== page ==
My article, The hidden hand: Why religious studies need to take conspiracy theories seriously, was published in Religion Compass this week, and you can read it here (if you have access). It’s an introduction to the field, and a summary of my work in this area to date.
Here’s the abstract:
What seemed like fringe concerns to most then have, with Trump’s election and Brexit and the growth of the alt-right across Europe, become of concerns of mainstream commentators. Moreover, the rise of ISIS and the increasingly overt religious language being employed in the political sphere have made the powerful combination of religion and conspiracy plain. This emerging subdiscipline cuts to the very core of some of the most pressing issues in the academic study of religion––and indeed, the social sciences more generally in this postcolonial environment. This article is intended to set out its scope and some of its future directions.
Nova Religio 19.2, a special issue on “Conspiracy Theories in New and Emergent Religions” guest edited by your humble author, has just been published. It features an introduction and article by myself (Silver Bullets and Seed Banks: A Material Analysis of Conspiracist Millennialism), plus articles by Beth Singler (Big Bad Pharma: The Indigo Child Concept and Biomedical Conspiracy Theories), Kevin Whitesides (2012 Millennialism Becomes Conspiracist Teleology: Overlapping Alternatives in the Late Twentieth Century Cultic Milieu), Carole Cusack (The Messiah is a Salesman, Yet Consumerism is a Con(spiracy): The Church of the SubGenius, Work, and the Pursuit of Slack as a Spiritual Ideal) and Spencer Dew (Washitaw de Dugdahmoundyah: Counterfactual Religious Readings of the Law). I am very proud of the issue and extend my gratitude to the authors and the general editors of Nova Religio. I hope you enjoy it.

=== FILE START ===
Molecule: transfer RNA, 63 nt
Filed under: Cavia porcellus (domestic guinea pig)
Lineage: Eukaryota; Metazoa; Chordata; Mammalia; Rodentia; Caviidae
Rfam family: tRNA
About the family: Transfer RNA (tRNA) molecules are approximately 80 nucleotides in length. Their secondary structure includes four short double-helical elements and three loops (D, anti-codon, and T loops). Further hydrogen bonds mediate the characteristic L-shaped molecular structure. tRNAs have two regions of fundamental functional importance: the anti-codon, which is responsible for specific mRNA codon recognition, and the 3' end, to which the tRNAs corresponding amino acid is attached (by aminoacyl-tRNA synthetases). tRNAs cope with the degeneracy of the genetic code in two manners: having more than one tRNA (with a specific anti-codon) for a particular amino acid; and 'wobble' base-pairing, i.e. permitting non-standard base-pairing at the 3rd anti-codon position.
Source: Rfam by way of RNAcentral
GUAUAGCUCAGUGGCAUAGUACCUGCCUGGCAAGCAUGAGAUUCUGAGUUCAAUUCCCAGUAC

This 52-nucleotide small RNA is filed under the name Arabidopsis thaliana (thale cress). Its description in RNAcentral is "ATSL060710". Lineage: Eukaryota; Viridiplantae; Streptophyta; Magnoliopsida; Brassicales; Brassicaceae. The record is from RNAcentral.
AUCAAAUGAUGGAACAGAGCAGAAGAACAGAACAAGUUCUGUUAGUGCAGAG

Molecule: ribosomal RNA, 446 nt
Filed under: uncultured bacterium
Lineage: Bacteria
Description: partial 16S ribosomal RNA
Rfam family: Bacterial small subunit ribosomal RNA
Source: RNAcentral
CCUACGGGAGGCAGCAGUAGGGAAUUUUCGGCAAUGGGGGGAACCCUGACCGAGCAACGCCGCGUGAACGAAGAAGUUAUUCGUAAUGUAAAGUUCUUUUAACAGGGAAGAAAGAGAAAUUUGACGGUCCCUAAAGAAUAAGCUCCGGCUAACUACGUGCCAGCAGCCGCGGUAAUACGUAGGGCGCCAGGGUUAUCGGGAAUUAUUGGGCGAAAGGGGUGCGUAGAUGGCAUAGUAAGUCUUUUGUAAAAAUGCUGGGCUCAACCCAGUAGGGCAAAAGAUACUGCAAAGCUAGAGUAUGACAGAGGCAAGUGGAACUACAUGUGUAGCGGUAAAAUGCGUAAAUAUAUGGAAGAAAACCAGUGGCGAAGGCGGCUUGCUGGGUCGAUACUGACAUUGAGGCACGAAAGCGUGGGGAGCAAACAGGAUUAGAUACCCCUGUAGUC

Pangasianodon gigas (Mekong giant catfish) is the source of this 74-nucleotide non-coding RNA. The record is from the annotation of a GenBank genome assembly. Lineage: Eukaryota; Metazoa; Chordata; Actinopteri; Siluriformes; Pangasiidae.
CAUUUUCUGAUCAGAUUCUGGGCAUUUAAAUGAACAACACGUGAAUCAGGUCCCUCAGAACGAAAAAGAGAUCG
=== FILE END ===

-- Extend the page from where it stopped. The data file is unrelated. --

This is the abstract from my introduction, which sets up the approach of the issue:
This introduction addresses a number of approaches to the emerging field of the study of conspiracy theories and new and alternative religions. Scholars can examine how certain religious groups have been the subject of conspiracy narratives created by the wider culture, and how conspiracy narratives are mobilized within religious groups such as Aum Shinrikyo, Scientology or others. Moreover, we can fruitfully examine secular conspiracy theories through ideas typically applied to religions, such as theodicy, millenarianism, and esoteric claims to higher knowledge. Most studies assume that conspiracy theories indicate pathology—paranoia or simply stupidity. Increasingly however, scholars have begun to interpret the term “conspiracy theory” as operating polemically to stigmatize certain beliefs and ideas. The field therefore offers a microcosm of broader trends in the interplay of knowledge and power. The study of both new and emergent religions and conspiracy theories comes of age only when we cease to think of them as necessarily deviant and irrational.
More to come later this week, as I finally get my head above water with work again…